Is Camel's Milk the Next Superfood?
Don't worry. They keep these camels very relaxed -- to improve the quality of the milk, of course.
Still from AP video
Remember when your only milk options were regular or chocolate? Nowadays we've got fat-free, 2 percent, soy, almond, and . . . maybe in the not too far off future: camel. At least that's what companies in the United Arab Emirates are saying.
Earlier this year, "Camelicious" became the first dairy producer in the Middle East to gain approval to export its products to the European Union. But the company, owned by the Emirates Industry for Camel Milk and Products, isn't planning on stopping there. It says it's set its sights on the U.S. market next.
View more videos at: http://nbcphiladelphia.com
"We made a lot of efforts, and I'm confident this will open more doors to other markets," Mutasher Al Badry, Camelicious' deputy general manager, told The National. "Our next plan is to start with the U.S. market, to be registered at the Food and Drug Administration."
Camel milk? No way! But actually the FDA has allowed the commercial sale of camel milk in the states for the past four years. So, yes, you really could see the product on shelves in the future.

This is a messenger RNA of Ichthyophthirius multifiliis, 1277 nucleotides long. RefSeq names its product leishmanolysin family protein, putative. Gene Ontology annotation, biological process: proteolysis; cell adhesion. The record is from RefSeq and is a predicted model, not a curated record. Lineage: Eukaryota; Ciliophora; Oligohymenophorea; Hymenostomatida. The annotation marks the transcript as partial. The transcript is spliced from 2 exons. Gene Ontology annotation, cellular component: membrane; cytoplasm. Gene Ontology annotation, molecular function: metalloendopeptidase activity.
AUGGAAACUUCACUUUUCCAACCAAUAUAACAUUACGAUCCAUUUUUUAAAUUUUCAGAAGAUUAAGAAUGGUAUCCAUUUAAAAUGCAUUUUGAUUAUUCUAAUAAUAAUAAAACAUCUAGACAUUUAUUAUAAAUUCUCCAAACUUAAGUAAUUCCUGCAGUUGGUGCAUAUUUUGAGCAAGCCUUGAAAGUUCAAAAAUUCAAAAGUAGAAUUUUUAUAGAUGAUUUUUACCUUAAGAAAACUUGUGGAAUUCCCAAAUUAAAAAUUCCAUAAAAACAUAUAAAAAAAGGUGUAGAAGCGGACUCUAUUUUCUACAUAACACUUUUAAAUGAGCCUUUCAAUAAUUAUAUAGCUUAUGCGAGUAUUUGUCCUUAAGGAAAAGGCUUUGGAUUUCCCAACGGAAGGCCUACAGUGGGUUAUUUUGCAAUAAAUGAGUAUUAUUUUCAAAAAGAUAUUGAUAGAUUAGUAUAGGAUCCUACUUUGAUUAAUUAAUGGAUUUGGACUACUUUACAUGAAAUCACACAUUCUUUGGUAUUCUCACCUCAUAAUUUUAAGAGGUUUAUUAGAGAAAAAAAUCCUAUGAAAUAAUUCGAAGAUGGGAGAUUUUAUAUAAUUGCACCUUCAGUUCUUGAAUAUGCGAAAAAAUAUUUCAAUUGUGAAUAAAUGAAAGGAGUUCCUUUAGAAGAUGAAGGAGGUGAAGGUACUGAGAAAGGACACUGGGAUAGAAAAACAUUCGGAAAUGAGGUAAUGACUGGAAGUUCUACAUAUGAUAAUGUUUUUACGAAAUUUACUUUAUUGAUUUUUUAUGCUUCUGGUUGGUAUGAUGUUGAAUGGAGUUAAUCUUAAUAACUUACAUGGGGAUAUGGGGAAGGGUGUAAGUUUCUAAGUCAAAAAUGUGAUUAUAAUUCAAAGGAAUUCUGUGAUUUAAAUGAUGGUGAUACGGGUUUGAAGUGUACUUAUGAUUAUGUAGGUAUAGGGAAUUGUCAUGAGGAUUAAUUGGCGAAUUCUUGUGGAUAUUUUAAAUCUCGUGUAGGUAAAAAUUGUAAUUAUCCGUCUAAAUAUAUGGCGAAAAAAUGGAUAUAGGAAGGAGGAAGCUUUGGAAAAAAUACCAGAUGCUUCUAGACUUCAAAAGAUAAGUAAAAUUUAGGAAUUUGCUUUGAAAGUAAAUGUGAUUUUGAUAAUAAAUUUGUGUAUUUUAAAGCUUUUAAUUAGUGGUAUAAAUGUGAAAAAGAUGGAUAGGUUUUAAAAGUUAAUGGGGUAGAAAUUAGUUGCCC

The U.N.'s Food and Agriculture Organization has recognized the milk for its nutritional benefits for quite some time -- as have the residents of plenty of places such as Russia, Kazakhstan, Africa, and India, where people drink and eat camel products regularly.
According to the FAO, camel's milk contains three times the amount of vitamin C and half the fat as cow's milk. Plus it doesn't contain lactose and, therefore, offers a new option for those with allergies. Companies in the United Arab Emirates use the milk in making everything from cheese to chocolate, and one café in Dubai even offers in their lattes.
"Okay," you're saying, "But how does it taste?" Some say it tastes similar to cow's milk, while others say it has a slightly more salty taste. One quite entertaining description said: "The taste is akin to walking through a burnt-out building, eating a smoked ham and cheese sandwich."
We're not sure what that means, but it doesn't sound like a good thing.
Get the Food & Drink Newsletter
Our weekly guide to Phoenix dining includes food news and reviews, as well as dining events and interviews with chefs and restaurant owners.